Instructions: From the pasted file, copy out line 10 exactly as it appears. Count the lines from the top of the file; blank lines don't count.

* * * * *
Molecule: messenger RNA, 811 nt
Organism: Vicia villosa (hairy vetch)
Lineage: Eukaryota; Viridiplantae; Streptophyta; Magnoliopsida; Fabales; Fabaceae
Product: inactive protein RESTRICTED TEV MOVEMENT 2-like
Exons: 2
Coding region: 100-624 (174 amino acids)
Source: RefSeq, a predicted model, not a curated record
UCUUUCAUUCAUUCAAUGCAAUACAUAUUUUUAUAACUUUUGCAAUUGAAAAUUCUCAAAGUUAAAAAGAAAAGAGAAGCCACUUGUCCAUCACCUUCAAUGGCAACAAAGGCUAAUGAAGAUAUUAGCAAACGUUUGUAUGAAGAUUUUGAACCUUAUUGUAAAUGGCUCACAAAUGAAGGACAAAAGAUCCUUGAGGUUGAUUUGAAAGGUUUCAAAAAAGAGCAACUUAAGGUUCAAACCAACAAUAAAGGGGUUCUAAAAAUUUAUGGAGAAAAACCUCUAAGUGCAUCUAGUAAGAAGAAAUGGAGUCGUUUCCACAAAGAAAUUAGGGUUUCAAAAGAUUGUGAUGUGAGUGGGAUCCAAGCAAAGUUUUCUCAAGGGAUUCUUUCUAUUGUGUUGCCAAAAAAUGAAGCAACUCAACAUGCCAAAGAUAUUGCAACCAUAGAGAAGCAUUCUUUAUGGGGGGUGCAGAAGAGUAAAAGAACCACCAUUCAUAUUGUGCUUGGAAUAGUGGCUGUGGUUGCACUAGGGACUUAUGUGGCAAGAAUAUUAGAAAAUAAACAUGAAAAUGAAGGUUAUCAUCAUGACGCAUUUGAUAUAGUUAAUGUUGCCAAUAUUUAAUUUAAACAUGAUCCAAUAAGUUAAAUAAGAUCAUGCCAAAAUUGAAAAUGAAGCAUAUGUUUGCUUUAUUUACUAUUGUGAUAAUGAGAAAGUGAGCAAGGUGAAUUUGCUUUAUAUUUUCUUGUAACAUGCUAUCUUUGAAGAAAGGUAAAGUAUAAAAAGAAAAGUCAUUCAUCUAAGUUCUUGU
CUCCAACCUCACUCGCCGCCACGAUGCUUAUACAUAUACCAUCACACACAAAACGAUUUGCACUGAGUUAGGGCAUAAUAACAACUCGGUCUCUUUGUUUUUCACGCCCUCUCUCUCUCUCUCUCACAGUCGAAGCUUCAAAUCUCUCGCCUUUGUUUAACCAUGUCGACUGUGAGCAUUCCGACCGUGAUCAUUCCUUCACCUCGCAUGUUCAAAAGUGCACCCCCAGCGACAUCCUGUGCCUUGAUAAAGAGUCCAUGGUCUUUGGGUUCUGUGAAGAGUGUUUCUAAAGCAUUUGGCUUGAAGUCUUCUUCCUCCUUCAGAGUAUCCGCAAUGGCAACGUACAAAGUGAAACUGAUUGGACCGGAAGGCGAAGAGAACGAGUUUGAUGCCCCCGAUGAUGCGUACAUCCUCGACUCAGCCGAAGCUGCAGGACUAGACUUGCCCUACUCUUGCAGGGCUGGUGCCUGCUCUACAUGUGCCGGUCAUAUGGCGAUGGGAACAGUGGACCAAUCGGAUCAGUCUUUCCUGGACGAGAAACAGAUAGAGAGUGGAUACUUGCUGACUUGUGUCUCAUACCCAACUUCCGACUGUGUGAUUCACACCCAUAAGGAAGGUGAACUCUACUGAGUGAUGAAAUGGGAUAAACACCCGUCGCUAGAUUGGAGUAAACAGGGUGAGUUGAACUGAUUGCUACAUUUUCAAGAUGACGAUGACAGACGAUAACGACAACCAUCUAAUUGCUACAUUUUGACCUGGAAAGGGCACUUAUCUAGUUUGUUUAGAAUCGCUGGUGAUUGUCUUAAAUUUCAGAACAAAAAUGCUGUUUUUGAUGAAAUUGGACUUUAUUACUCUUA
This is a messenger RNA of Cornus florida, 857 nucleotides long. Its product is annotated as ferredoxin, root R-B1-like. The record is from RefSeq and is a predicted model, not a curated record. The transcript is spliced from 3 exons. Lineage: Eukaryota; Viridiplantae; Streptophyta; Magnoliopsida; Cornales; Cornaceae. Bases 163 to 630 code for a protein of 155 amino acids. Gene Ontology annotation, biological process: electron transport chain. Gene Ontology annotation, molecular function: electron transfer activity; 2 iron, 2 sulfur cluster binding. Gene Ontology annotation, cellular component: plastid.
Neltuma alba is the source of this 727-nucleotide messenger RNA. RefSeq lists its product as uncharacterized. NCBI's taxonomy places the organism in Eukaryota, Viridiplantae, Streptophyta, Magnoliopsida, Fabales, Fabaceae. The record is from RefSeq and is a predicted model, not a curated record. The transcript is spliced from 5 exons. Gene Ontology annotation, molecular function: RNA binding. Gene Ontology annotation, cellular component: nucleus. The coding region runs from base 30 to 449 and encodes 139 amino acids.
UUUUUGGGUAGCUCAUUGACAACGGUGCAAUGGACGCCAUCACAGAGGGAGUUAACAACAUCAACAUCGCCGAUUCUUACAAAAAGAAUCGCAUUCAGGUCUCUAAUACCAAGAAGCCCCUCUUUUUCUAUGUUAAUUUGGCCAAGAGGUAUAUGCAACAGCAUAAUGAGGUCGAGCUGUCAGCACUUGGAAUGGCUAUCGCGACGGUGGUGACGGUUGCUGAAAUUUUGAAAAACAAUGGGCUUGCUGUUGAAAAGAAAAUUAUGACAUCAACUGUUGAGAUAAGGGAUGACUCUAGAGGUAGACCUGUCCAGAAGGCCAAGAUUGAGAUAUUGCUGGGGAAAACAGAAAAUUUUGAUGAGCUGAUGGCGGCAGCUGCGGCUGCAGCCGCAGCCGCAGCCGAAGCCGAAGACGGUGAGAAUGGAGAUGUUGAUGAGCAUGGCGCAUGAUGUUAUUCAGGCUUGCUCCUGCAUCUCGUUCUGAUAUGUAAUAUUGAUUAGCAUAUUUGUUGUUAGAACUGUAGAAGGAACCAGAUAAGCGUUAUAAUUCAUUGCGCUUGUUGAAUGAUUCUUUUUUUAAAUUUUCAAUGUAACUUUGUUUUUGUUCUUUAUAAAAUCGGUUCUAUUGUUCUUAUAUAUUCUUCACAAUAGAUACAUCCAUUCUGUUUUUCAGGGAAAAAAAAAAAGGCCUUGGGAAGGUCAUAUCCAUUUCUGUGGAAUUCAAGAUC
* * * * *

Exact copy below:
This is a messenger RNA of Cornus florida, 857 nucleotides long. Its product is annotated as ferredoxin, root R-B1-like. The record is from RefSeq and is a predicted model, not a curated record. The transcript is spliced from 3 exons. Lineage: Eukaryota; Viridiplantae; Streptophyta; Magnoliopsida; Cornales; Cornaceae. Bases 163 to 630 code for a protein of 155 amino acids. Gene Ontology annotation, biological process: electron transport chain. Gene Ontology annotation, molecular function: electron transfer activity; 2 iron, 2 sulfur cluster binding. Gene Ontology annotation, cellular component: plastid.